The problem with QE is that it is used to buy assets: government securities, commercial paper, and in the US in particular the toxic securitised debt that had triggered the first crisis. This has the result of pushing up asset prices. Suppose a bank holds $1bn of toxic debt, which it sells to the Fed. The result is that it has $1bn of cash instead of the toxic debt. That needs to go somewhere; held as cash, it will decline in value. So it spends it on other assets. Up to a point, this is a good thing. For related reasons, banks have been under great pressure to “strengthen their balance sheets”, since many had to be rescued during the crash. New international rules on capital adequacy have come into force and QE has helped them meet the requirements, most clearly in the USA. German refusal to let the ECB do much in the way of QE, allied to the Eurozone’s structure, means that some Eurozone banks have found it harder to pass the new stress tests. But beyond a point, it is a bad thing: it pushes up the price of assets, creating asset bubbles. There are lots of these around the world, fuelled mainly by dollar QE. London property is one. If the bubbles are relatively local, they can burst without bringing the system down. The market for luxury property in Istanbul – definitely a QE bubble – has been hit by regional unrest. But the collective effect of asset bubbles bursting is that investors lose money and the effect of the QE evaporates. A significant factor here is the way insiders offload inflated assets just before the bubble bursts, thus passing off the losses to schmucks, or retail investors as they are more politely known.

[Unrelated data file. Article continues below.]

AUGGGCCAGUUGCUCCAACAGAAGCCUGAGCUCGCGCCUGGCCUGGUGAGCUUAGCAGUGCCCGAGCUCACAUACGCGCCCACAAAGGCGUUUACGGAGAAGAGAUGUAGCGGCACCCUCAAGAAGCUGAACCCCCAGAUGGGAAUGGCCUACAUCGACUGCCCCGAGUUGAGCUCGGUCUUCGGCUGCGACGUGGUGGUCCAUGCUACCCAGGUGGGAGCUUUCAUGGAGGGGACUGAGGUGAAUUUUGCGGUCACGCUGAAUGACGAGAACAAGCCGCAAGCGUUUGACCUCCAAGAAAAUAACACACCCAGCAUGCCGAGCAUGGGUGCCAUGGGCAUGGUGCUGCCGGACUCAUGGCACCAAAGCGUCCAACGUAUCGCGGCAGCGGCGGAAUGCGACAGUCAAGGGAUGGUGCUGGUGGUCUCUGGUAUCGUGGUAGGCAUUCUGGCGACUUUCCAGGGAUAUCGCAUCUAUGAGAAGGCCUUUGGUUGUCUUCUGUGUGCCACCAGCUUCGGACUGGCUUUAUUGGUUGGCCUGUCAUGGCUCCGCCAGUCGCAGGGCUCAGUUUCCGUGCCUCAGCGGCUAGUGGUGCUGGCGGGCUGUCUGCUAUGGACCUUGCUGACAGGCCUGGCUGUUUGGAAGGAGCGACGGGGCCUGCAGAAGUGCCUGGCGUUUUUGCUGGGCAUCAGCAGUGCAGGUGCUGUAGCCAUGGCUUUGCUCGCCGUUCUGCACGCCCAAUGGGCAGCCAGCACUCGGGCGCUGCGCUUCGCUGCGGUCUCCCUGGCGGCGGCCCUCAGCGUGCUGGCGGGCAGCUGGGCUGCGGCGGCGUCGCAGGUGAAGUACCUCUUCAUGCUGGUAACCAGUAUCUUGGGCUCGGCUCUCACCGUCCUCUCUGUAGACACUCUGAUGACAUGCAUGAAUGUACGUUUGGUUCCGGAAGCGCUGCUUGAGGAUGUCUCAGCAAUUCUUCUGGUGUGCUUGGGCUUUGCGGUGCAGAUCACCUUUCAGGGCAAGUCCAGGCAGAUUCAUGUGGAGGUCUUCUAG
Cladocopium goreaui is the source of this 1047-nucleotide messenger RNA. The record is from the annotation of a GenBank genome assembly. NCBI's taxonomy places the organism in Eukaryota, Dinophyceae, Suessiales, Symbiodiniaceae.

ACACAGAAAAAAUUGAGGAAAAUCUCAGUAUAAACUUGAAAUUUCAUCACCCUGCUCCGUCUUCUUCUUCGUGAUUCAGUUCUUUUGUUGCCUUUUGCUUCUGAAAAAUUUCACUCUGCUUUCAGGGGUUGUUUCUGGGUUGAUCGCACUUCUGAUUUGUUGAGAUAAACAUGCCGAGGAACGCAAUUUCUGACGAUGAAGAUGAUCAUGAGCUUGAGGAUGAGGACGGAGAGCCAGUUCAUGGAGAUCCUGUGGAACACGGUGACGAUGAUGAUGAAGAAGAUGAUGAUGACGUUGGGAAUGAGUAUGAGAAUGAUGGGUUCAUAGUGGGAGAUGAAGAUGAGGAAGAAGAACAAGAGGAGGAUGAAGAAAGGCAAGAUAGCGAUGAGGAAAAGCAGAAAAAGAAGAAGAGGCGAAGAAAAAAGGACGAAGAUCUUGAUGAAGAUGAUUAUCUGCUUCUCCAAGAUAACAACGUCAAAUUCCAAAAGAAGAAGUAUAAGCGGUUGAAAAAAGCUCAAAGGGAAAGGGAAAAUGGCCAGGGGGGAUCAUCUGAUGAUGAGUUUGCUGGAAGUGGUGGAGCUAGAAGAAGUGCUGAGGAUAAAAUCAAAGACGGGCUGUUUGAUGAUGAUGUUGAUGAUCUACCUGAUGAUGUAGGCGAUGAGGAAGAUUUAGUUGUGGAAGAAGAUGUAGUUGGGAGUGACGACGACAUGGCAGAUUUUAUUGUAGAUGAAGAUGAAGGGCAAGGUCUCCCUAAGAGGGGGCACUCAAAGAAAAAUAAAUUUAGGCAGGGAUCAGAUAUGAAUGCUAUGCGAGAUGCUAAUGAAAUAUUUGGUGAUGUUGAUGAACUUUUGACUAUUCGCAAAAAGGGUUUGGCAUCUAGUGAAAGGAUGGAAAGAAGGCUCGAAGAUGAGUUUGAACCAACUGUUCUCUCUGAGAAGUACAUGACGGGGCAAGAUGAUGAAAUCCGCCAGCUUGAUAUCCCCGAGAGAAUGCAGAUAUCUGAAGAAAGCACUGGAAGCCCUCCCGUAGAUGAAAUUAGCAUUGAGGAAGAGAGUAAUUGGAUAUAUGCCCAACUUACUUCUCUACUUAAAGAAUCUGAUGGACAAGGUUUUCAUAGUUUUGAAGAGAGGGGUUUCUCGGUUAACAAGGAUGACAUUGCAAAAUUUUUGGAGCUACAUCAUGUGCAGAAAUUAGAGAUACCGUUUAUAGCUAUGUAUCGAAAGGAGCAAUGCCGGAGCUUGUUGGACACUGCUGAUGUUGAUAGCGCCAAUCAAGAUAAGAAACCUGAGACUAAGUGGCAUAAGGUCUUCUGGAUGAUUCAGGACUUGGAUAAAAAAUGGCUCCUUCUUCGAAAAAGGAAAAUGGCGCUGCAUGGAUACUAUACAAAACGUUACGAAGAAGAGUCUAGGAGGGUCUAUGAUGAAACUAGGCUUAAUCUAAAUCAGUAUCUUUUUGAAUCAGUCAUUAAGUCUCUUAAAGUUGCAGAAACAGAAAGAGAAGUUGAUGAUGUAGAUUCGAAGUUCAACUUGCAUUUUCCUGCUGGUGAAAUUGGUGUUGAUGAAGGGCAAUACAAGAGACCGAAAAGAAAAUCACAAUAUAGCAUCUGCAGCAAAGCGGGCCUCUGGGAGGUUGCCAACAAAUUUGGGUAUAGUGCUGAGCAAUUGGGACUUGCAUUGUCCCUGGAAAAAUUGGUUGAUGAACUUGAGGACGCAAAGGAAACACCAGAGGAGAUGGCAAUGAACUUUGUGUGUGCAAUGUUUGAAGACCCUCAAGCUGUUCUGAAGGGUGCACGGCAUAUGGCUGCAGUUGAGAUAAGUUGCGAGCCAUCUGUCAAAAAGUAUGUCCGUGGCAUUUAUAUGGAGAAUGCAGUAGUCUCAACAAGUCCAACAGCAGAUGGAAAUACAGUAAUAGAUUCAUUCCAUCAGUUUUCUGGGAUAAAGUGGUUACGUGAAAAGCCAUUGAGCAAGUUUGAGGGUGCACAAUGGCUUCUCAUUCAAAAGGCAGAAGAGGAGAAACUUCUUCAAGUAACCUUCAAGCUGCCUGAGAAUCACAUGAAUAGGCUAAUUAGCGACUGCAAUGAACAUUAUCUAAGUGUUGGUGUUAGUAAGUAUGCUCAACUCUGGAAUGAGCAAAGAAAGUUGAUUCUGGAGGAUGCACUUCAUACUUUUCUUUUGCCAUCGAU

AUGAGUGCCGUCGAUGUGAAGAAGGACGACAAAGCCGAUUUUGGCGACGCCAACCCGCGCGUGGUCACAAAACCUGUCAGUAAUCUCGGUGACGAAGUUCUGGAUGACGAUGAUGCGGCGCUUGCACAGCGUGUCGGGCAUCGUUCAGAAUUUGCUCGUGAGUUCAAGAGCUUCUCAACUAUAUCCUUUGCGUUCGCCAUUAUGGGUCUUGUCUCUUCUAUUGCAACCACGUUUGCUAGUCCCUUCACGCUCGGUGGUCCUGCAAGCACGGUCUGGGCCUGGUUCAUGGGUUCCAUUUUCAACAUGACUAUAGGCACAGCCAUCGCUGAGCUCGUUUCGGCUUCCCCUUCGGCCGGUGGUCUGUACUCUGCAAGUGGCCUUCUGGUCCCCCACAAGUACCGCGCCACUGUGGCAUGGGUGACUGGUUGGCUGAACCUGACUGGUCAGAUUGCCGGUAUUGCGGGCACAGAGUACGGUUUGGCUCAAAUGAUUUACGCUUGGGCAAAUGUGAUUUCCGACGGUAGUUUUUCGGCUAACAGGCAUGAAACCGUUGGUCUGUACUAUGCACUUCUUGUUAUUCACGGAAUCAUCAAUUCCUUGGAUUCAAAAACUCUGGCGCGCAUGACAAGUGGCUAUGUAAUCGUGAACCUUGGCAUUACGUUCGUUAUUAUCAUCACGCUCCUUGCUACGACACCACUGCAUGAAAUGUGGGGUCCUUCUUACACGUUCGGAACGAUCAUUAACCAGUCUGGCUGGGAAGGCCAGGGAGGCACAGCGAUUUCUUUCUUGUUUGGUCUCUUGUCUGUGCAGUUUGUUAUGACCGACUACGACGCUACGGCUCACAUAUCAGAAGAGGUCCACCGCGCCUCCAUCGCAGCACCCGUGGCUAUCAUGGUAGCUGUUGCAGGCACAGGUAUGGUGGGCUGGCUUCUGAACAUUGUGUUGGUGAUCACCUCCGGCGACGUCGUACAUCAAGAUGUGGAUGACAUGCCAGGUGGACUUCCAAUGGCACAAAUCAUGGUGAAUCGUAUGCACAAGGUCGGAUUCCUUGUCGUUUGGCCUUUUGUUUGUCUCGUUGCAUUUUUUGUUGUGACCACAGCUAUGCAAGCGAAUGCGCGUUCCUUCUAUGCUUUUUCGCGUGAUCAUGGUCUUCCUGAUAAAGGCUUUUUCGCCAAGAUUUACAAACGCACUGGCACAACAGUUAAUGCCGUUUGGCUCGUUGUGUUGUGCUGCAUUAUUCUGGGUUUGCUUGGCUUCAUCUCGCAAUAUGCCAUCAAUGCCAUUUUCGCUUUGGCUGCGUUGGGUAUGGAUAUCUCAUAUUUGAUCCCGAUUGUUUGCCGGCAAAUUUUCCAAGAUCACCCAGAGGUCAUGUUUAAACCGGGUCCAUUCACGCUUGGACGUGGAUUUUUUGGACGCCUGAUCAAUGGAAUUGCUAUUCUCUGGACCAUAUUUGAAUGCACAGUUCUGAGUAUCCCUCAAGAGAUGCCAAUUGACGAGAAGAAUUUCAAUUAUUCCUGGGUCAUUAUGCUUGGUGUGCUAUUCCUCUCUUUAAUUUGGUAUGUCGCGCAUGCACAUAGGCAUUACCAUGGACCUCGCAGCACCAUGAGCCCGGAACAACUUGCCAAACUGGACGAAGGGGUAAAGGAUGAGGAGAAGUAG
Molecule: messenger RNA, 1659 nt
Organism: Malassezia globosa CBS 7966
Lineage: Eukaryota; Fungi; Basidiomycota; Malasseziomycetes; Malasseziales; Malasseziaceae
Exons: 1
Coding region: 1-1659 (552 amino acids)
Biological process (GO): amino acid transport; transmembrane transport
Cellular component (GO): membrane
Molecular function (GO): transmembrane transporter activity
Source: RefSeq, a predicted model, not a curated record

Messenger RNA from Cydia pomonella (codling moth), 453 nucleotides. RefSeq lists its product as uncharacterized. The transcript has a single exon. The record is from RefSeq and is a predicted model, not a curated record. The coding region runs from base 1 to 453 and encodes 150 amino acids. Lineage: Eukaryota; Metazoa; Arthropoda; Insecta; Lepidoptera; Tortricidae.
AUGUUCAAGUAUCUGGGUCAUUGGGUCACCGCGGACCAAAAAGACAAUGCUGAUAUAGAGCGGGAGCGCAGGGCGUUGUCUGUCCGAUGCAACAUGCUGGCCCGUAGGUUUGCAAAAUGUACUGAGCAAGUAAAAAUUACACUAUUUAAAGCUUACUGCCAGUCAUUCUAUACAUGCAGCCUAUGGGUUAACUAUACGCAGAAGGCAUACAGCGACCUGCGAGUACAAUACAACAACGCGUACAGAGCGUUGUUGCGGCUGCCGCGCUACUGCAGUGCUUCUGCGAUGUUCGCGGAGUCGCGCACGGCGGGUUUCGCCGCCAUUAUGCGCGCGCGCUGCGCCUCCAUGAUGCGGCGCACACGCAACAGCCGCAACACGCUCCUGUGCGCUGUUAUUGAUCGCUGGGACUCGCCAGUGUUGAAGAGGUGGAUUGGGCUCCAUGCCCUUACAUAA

The underlying problem is much more serious and none of the actions of the authorities since 2008 have done anything to address it. It is structural, based on continued weakness of real productive industries outside the newly-industrialising countries. Growing income inequality creates a large class of people able to afford only the most basic goods and another, much smaller class of super-rich people with nowhere to put their money. Together, these two groups’ spending isn’t enough to support a prosperous middle-income, working class. Making money by making useful stuff has been eclipsed by making money from inflating assets. Austerity policies have exacerbated and prolonged the structural problems.
I continue to believe that QE was, perhaps is, a necessary evil, but not a sufficient response to the structural failings of the global economy. On its own, all it has done is disguise the intrinsic deflationary phase; that needed addressing by significant state intervention on capital infrastructure projects.
The end of QE without solving the underlying deflationary nature of the economy threatens to bring deflation out into the open. That’s what I’m worried about for next year, although I believe that it’s more likely that central bankers will resume QE to prevent that particular disaster. I really don’t think they have a choice; it’s governments who need to act.